After confirmation of successful amplification through detection of the expected 680 bp band on the agarose gel, the products were digested with XhoI (Promega, Madison, WI, USA) and BamHI (Promega, Madison, WI, USA) restriction enzymes. The exon trapping expression vector pSPL3 (Invitrogen Corporation, Carlsbad, CA) contains a replicon and Apr marker for growth in E. coli, an SV40 segment for replication and transcription in cos-1 cells, HIV-1 tat splicing signals, and a multiple cloning site. The tat segment contains an intron, splice donor (SD) and splice acceptor (SA) sites, and flanking exon sequences. The insert was directly ligated between the SD and SA sites into the XhoI/BamHI restriction points. Ligation into pSPL3 was performed at room temperature for 30 min, using T4 DNA ligase (Invitrogen Corporation, Carlsbad, CA). E. coli DH5α competent cells (Invitrogen Corporation, Carlsbad, CA) were transformed with the plasmid constructs and plated overnight. The resulting clones were checked for fragment orientation and sequenced. Minigene constructs were isolated using a midiprep kit (Qiagen, Hilden, Germany). The resulting pSPL3-NF1-7-wt minigene construct is shown in Figure 2. The sequence changes were independently introduced in the pSPL3-NF1-7-wt by means of the QuickChange Site-Direct Mutagenesis Kit (Stratagene, La Jolla, CA), as instructed by the manufacturer. The changes made in pSPL3-NF1-7-wt are shown in Figure 2, and Table 1 lists the mutagenic primers used. All the mutants were sequenced to confirm that only the desired changes were introduced, and were then isolated with a miniprep kit (Qiagen, Hilden, Germany). The minigene constructs containing either the wild type sequence or a exon 7 variant were transfected into cos-1 cells by electroporation.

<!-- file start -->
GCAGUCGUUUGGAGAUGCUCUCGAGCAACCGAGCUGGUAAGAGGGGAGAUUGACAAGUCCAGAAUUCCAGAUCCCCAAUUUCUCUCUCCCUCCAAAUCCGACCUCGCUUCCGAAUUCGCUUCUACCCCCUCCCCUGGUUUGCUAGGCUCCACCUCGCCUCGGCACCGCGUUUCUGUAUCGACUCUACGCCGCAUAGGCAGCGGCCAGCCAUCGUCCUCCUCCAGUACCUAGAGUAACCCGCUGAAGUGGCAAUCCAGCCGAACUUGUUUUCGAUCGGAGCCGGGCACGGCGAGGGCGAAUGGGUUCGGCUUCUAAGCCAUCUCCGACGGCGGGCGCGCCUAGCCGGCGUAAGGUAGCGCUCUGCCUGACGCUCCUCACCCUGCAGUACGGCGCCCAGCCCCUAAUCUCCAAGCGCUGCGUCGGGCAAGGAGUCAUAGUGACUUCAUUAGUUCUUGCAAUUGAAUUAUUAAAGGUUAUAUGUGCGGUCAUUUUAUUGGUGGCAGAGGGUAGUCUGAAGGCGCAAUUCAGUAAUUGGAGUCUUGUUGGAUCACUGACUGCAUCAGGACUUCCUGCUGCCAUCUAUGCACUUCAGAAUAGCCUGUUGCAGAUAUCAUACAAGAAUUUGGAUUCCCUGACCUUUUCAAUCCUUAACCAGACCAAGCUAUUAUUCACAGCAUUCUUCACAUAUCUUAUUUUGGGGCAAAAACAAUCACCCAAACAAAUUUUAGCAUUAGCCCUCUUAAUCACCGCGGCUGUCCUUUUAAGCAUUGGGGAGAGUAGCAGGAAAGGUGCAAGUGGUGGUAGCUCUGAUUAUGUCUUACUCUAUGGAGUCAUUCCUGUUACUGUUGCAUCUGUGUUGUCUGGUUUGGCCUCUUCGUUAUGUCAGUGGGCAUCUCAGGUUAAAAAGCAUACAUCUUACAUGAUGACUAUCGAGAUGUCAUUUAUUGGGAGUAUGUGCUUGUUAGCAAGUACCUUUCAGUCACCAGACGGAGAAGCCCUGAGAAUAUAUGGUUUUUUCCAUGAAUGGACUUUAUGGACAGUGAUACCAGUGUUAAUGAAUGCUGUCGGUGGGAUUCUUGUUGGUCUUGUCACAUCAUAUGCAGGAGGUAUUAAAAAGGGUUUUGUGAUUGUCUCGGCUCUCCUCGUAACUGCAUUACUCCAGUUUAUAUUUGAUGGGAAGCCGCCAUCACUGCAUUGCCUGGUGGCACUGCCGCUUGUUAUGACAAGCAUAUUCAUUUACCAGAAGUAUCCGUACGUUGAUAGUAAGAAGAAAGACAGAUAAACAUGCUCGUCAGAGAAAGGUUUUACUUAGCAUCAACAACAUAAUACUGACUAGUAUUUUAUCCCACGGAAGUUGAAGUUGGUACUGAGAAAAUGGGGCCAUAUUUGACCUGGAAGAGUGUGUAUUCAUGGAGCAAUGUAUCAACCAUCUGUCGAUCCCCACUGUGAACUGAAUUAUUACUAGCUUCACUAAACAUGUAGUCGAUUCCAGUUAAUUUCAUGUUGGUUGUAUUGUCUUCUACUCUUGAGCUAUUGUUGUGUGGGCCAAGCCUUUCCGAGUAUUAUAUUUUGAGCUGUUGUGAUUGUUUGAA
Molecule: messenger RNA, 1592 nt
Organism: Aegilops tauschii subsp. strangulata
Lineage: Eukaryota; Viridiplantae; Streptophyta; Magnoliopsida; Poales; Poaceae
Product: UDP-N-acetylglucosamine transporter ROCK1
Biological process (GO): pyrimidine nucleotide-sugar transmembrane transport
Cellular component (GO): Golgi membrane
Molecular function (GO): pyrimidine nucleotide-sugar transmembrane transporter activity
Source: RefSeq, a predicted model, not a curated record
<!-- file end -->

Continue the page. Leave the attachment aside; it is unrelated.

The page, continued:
thumbnailFigure 2. Representation of the pSPL3-NF1-7 minigene construct. Genomic sequence from exon 7 of the NF1 gene along with 258 bp of 5' and 248 bp of 3' intronic flanking sequence was ligated into pSPL3 plasmid. Shaded sequences describe the nucleotide changes introduced independently by in vitro mutagenesis to obtain the mutated constructs.